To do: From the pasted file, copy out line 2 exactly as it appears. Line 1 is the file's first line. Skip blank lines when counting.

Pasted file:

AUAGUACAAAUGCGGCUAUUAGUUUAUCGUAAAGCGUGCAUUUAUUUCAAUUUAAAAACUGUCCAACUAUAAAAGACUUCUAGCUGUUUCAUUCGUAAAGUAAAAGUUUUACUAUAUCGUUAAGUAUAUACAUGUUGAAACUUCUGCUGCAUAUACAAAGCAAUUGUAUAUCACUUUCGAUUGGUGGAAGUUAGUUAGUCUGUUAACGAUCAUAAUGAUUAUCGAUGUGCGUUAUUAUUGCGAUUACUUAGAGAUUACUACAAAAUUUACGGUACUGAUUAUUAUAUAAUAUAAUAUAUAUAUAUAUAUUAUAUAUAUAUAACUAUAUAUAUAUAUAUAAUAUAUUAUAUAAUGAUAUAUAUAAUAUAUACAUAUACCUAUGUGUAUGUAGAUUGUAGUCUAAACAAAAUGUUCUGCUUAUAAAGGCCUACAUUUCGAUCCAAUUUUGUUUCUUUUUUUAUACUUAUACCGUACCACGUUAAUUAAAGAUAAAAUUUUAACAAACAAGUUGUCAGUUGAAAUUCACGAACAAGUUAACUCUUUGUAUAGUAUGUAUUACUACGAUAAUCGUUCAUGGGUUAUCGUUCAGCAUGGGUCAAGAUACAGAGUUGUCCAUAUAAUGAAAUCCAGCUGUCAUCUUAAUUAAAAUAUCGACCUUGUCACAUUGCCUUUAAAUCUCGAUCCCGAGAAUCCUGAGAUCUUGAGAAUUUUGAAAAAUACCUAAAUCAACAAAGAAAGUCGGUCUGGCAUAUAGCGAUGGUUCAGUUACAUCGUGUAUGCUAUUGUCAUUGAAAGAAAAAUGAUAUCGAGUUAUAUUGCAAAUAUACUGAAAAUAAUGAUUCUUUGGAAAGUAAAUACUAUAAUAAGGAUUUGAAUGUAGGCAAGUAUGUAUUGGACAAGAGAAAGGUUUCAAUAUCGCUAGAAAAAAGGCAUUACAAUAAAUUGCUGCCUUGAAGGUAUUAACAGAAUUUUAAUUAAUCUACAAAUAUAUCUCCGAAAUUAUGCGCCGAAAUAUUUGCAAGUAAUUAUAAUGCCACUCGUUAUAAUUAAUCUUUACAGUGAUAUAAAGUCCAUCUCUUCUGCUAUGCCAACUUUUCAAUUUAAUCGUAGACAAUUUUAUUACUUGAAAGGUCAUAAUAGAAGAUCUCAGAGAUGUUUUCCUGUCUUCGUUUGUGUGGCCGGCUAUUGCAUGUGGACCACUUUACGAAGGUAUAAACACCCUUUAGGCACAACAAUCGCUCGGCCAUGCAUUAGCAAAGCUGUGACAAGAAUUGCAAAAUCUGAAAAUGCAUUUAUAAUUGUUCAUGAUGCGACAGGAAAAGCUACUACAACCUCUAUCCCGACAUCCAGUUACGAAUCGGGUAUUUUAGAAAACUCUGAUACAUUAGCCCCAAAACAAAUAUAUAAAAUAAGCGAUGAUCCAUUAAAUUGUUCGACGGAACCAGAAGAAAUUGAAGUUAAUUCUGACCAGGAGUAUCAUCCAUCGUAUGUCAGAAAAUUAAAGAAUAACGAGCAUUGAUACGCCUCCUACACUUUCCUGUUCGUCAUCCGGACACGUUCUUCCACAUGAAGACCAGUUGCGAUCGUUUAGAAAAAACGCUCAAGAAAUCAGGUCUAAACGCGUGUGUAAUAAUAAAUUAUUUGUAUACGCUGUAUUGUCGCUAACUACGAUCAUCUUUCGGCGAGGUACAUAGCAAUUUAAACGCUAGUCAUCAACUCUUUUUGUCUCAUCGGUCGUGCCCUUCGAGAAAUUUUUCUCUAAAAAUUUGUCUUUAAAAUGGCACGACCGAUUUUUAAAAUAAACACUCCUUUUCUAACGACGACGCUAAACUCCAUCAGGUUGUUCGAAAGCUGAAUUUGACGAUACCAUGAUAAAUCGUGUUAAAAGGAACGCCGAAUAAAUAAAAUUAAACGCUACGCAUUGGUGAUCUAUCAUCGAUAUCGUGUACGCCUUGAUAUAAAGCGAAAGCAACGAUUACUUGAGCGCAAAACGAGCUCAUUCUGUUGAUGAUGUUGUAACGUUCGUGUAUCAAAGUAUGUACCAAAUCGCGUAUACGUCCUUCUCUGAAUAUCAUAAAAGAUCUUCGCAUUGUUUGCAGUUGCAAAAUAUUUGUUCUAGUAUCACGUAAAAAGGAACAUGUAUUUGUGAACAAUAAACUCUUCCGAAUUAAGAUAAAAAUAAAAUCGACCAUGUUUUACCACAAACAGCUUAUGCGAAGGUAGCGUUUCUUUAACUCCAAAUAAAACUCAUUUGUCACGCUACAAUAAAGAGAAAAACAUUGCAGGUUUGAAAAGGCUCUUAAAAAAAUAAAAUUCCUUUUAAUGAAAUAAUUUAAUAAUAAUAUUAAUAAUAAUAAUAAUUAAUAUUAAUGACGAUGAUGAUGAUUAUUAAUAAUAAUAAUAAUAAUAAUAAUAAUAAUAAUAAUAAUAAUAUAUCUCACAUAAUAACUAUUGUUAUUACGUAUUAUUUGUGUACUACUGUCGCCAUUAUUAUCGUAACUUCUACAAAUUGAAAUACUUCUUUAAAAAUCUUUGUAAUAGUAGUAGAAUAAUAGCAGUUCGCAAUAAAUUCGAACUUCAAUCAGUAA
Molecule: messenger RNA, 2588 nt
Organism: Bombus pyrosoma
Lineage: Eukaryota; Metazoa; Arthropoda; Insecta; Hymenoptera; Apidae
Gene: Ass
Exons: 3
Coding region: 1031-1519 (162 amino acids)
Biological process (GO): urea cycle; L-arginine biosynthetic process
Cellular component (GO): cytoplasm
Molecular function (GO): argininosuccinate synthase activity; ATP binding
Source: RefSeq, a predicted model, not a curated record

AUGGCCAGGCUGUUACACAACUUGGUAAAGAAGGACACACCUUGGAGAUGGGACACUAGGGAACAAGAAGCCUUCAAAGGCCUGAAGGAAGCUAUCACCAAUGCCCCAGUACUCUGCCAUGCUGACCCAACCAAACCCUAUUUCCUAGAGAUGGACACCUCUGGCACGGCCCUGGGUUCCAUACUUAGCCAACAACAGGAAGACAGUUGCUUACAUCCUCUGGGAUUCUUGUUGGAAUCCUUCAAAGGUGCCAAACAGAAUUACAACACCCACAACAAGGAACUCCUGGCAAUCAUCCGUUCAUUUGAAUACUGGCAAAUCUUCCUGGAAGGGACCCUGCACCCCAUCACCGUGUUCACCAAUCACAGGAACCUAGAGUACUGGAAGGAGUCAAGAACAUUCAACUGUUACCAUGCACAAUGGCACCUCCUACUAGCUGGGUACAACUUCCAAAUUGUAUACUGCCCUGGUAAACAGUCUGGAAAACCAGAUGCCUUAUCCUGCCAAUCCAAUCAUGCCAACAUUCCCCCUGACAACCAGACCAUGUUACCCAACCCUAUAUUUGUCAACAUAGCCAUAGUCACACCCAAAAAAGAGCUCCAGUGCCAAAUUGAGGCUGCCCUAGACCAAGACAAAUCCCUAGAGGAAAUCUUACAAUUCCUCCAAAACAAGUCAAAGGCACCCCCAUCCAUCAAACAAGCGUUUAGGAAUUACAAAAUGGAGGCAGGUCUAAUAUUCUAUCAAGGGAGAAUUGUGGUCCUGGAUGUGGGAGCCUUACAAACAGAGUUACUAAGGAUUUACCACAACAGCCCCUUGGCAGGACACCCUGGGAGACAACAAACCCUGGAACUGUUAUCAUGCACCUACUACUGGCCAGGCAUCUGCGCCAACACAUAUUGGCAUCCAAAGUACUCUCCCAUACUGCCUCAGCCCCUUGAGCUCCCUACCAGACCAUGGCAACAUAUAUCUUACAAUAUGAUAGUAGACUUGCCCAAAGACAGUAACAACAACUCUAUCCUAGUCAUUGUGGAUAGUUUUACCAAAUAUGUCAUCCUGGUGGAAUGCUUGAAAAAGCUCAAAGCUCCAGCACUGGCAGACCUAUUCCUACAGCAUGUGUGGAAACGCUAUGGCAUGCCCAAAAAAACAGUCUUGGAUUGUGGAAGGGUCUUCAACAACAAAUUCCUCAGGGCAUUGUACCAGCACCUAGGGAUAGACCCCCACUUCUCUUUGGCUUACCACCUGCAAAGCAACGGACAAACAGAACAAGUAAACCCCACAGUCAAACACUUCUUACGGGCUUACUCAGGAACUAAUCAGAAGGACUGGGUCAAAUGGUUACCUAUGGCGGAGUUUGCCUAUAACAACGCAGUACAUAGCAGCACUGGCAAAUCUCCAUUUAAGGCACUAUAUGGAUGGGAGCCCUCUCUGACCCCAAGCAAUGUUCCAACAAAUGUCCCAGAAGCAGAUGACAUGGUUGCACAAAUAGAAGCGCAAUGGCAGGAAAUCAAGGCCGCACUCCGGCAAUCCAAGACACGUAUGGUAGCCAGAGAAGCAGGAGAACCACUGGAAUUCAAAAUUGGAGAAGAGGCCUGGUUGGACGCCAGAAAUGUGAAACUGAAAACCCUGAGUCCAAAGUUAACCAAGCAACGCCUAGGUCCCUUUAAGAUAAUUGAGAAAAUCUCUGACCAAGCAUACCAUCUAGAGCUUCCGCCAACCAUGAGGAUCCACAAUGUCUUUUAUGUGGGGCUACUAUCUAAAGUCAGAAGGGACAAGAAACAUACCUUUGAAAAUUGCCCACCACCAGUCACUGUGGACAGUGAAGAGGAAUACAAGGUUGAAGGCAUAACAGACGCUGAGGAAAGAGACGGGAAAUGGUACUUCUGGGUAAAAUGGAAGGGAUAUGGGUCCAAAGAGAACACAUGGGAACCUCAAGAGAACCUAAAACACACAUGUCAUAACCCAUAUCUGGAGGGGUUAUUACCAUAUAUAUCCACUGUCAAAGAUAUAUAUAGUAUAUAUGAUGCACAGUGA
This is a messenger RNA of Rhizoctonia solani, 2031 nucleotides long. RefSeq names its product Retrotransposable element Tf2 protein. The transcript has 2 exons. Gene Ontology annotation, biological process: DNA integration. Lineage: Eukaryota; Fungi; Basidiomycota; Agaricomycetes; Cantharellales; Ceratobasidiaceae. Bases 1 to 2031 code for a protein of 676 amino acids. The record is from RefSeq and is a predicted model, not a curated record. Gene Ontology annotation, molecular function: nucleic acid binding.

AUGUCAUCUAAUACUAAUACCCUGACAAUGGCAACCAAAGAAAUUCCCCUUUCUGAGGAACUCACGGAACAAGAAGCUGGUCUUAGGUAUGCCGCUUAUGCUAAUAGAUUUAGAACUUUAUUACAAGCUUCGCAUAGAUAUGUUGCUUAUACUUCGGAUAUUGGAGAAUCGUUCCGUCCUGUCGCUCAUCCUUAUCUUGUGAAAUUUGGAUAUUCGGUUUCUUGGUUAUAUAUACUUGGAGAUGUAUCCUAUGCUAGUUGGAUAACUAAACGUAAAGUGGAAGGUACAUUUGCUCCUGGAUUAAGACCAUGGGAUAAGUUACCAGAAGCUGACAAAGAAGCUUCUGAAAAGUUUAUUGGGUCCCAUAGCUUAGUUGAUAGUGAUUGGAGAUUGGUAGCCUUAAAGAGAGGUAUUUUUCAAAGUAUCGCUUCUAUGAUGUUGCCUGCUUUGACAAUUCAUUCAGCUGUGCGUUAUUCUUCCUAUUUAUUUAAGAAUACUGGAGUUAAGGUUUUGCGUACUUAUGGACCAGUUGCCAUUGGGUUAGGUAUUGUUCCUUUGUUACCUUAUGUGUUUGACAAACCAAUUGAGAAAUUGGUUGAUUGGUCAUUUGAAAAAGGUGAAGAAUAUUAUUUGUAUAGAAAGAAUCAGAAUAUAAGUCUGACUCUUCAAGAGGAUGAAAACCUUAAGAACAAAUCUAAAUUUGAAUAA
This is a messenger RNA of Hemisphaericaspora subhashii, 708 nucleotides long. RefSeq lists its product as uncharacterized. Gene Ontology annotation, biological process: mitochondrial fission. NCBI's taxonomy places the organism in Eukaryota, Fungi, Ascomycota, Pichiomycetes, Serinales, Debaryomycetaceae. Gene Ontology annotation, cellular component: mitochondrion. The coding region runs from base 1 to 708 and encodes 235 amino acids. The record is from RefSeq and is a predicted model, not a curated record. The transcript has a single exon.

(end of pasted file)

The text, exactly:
Molecule: messenger RNA, 2588 nt